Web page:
Aisha Richardson, a 34-year-old designer living in Brooklyn’s Bushwick neighborhood, started buying plants a few years ago to relieve job stress. Before she knew it, Richardson was hooked. She now has about 30 plants — minus one that her cat ate — and follows dozens of plant-focused Instagram feeds. How much does she spend? “I don’t want to think about it,” she says.
American millennials have been accused of dooming all sorts of things: beer, golf, cereal. But the cohort is credited with reviving the once-moribund market for houseplants. In the past three years, U.S. sales have surged almost 50 percent to $1.7bn, according to the National Gardening Association. With many millennials delaying parenthood, plants have become the new pets, fulfilling a desire to connect to nature and the blossoming “wellness” movement. For a group that embraces experiences and travel, moreover, plants give Gen Yers something to care for that won’t die — or soil the rug — when they’re not around.
Most plants are still purchased at garden centers or big-box retailers like Home Depot and Walmart, which mainly carry inexpensive, hardy varieties tailored to novice buyers. But a host of upstarts are targeting millennials with strategies straight from the playbooks of Warby Parker and Glossier. The Sill, for example, sells most of its plants online and offers care advice, free returns and the newbie-friendly slogan: “Can’t Kill It. Just Try.” Small brick-and-mortar plant shops with names like Tend, Tula and Soft Opening are also proliferating in Brooklyn and other hip precincts.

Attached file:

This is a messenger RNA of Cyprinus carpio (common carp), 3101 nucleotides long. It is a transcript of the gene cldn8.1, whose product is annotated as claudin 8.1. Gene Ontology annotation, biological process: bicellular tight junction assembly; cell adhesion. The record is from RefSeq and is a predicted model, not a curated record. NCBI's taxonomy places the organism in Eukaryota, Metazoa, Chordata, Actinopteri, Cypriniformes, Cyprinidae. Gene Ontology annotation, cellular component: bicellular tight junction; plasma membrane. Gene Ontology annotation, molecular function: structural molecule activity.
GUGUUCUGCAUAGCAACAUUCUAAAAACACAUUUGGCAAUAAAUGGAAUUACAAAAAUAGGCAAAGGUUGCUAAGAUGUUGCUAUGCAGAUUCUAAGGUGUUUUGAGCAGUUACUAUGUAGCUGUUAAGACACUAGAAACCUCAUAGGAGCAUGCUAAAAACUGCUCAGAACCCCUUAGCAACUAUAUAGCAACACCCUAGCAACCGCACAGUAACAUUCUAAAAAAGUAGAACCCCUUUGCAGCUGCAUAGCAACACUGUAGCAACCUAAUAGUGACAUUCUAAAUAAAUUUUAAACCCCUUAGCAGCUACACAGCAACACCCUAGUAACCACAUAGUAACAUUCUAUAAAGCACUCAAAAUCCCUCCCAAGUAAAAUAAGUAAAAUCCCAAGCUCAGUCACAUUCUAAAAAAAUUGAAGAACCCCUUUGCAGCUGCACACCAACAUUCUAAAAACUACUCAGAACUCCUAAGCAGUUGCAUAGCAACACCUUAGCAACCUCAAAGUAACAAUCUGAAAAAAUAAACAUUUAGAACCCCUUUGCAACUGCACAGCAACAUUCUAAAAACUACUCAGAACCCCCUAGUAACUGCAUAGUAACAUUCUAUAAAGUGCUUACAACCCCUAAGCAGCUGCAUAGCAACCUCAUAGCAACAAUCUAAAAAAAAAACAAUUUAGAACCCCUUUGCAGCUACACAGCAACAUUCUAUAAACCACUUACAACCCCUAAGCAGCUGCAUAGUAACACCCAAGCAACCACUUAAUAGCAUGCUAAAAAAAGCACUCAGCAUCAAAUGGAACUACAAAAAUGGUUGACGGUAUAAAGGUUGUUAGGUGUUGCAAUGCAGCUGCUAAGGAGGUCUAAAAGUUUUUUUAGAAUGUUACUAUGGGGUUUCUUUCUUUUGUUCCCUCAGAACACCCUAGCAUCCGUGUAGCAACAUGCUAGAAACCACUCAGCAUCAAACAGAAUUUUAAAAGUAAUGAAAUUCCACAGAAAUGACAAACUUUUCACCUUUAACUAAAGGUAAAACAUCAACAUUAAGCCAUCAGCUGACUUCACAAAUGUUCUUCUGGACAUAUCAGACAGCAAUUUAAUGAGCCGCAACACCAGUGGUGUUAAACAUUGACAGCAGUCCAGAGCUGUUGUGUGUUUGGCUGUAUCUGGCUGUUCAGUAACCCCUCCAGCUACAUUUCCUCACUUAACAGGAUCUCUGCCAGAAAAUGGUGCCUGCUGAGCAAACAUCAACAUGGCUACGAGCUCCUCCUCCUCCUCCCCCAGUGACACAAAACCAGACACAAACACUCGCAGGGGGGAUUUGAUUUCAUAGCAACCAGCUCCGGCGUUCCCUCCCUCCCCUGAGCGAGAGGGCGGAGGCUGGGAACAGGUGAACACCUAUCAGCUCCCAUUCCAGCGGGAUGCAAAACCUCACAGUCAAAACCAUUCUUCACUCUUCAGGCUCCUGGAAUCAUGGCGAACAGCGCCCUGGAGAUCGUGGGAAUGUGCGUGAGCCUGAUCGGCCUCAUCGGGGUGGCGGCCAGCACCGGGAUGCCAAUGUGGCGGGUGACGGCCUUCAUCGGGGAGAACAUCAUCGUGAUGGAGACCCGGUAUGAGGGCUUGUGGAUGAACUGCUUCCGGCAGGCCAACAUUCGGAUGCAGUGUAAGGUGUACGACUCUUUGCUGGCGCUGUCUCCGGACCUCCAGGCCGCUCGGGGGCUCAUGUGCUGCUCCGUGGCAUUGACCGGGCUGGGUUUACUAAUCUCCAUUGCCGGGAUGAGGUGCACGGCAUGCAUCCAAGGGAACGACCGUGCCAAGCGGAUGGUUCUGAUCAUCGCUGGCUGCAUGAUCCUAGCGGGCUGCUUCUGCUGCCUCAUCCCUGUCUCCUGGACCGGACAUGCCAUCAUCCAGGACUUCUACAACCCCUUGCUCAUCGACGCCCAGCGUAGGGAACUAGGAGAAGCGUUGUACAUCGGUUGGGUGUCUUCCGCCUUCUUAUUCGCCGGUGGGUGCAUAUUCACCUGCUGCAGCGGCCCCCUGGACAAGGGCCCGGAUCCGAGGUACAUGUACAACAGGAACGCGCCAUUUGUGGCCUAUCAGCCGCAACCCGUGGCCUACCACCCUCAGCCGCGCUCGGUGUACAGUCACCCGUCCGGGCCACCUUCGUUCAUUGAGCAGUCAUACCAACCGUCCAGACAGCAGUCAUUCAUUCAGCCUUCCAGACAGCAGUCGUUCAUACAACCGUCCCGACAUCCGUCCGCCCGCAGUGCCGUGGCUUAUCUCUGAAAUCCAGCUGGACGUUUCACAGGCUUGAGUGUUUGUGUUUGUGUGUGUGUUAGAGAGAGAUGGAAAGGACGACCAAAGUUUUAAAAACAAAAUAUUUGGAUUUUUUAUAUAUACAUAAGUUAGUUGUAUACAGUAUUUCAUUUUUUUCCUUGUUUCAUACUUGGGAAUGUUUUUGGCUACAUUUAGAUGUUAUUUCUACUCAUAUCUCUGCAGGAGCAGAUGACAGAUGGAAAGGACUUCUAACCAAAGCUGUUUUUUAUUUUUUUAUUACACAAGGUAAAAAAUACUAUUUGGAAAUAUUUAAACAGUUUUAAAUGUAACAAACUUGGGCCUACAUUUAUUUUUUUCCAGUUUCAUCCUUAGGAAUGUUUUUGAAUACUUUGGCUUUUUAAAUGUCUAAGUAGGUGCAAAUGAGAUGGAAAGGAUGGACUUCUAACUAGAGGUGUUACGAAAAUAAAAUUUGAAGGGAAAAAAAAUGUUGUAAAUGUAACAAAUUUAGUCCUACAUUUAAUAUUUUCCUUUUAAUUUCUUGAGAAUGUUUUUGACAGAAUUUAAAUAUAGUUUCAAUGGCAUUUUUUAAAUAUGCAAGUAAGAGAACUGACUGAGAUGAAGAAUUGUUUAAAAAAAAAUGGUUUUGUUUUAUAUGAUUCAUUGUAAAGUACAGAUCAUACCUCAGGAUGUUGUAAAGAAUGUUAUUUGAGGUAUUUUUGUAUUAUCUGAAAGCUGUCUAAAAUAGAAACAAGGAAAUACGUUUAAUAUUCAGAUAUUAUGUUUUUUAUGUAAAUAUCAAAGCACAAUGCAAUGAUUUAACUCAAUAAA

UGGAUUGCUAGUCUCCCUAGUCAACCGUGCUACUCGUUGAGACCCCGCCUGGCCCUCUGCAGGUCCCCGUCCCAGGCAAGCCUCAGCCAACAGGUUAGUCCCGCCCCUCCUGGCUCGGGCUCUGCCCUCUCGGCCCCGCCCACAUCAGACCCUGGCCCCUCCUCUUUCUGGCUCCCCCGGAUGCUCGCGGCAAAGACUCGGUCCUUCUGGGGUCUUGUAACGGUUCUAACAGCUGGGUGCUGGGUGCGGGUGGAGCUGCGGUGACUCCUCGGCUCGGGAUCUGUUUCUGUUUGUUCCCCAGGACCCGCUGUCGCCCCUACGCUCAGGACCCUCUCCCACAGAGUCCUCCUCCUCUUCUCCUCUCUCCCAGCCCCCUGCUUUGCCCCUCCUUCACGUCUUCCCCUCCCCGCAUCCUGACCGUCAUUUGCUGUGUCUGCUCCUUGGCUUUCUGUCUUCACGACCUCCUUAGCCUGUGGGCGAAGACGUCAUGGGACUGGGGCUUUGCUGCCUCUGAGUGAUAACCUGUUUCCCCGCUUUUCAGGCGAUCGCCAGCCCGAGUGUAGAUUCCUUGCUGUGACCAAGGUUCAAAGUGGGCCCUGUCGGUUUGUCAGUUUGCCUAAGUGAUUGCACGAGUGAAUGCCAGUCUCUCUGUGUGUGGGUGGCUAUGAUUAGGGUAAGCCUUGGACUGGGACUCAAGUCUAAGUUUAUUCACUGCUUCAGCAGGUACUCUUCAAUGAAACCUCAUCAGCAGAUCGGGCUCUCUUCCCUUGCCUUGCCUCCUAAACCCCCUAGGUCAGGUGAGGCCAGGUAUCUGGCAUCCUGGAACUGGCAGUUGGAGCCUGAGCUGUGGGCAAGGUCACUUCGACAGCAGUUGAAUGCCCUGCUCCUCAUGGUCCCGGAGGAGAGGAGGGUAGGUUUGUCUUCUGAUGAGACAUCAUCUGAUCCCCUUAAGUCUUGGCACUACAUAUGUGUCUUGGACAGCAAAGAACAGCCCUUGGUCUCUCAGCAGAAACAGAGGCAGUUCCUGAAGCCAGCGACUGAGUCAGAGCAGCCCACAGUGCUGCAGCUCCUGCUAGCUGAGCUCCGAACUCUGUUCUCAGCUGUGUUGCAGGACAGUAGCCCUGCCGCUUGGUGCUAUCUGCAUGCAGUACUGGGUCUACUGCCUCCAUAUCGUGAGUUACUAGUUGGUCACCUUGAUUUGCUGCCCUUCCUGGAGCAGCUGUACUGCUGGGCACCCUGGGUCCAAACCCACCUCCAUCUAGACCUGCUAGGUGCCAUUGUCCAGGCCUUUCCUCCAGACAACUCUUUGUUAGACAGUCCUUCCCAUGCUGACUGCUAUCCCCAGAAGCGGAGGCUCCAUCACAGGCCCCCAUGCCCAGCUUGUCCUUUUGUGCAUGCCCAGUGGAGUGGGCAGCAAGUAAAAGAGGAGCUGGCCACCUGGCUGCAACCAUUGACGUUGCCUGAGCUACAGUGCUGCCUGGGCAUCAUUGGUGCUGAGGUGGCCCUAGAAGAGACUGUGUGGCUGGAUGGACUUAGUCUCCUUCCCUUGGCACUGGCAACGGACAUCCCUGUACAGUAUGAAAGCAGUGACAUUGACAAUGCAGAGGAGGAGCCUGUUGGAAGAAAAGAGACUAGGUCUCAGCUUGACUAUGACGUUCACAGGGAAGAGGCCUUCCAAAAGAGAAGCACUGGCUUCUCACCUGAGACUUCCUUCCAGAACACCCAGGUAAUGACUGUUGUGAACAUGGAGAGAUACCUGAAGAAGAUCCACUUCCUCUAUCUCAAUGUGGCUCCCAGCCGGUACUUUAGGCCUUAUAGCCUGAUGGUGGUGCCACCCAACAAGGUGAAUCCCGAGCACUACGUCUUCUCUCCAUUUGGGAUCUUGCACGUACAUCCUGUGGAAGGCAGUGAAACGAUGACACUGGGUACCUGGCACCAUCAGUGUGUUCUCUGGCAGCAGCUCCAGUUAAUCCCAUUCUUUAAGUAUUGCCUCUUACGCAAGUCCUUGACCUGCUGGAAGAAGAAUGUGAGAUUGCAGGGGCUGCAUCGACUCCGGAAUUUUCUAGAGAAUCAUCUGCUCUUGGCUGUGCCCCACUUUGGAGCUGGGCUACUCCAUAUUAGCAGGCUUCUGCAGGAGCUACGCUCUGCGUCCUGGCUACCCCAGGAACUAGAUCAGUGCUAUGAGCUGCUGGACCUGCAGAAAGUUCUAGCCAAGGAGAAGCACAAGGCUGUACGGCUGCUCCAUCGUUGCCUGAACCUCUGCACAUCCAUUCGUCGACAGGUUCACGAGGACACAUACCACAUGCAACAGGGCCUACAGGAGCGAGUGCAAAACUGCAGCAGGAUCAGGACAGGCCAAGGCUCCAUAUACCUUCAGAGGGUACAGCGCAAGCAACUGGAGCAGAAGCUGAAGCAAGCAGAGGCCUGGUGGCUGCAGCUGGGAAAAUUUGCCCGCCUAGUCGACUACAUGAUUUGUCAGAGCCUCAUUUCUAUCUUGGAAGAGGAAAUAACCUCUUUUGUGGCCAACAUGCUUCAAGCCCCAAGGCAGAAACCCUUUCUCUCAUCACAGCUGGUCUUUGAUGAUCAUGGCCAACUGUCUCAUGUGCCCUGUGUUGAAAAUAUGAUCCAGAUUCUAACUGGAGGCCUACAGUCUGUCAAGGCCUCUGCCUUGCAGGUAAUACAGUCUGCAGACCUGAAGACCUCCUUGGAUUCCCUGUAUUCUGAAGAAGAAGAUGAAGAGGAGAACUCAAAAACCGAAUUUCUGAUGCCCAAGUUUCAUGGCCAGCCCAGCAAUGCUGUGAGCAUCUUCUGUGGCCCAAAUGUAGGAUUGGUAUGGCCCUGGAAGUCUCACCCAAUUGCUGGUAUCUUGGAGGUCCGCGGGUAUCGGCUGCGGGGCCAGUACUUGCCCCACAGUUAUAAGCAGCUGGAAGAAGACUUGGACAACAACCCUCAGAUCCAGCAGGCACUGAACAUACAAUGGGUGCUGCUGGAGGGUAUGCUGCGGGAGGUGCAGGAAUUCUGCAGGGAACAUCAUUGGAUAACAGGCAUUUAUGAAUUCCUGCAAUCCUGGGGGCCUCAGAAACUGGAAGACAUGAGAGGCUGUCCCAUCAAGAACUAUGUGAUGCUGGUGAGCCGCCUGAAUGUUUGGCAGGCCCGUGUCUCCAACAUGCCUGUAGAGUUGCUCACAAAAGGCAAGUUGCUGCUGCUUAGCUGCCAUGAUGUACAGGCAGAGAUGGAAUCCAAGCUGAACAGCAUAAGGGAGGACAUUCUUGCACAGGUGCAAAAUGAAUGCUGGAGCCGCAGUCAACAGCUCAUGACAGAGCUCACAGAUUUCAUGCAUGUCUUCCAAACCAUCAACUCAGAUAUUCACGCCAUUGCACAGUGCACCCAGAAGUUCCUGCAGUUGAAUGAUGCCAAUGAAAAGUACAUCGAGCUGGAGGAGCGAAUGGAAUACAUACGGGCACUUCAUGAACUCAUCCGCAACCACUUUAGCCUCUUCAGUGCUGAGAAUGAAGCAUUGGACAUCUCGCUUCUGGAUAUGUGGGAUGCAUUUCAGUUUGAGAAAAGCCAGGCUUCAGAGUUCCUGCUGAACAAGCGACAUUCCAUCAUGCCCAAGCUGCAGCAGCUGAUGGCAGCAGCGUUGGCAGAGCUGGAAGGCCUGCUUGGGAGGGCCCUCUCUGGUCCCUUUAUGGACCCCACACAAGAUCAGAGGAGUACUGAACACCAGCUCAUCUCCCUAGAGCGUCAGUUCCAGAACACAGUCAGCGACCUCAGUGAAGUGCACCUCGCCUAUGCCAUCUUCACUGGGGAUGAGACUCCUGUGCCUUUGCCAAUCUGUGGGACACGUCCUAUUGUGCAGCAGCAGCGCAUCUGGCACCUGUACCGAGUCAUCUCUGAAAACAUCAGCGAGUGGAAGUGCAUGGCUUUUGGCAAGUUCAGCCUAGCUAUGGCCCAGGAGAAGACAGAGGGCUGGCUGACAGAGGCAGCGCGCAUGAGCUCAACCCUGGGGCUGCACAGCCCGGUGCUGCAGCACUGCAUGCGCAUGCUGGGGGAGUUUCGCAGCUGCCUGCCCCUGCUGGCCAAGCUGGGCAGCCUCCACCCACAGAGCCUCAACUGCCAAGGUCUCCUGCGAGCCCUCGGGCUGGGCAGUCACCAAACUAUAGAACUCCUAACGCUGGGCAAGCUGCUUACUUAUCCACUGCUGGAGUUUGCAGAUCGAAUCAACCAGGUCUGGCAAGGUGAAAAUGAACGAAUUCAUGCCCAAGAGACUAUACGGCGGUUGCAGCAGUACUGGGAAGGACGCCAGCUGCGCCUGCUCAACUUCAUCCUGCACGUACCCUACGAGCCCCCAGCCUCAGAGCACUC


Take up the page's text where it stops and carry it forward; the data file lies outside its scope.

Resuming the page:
“We are talking about an antiquated industry that hasn’t changed and a consumer that has,” says Eliza Blank, The Sill’s 33-year-old founder. “Millennials don’t want to go to Walmart to buy their plants.”
Cultivating indoor plants dates back to the ancient Chinese and the famed Hanging Gardens of Babylon. The development of home heating systems in the 1800s made growing indoors much easier, and the Kentia palm, a favorite of Queen Victoria’s, became the must-have plant to own.
The houseplant business boomed in the 1970s, when hippies snapped up spider plants and crafted macrame hangers for them. Then sales wilted as a minimalist, IKEA-inspired ethos took hold. Today, in the Age of Instagram, the Swiss-cheese-leafed monstera deliciosa and trendy fiddle-leaf fig have become such objects of affection among millennials, they’re half-jokingly considered children and given names.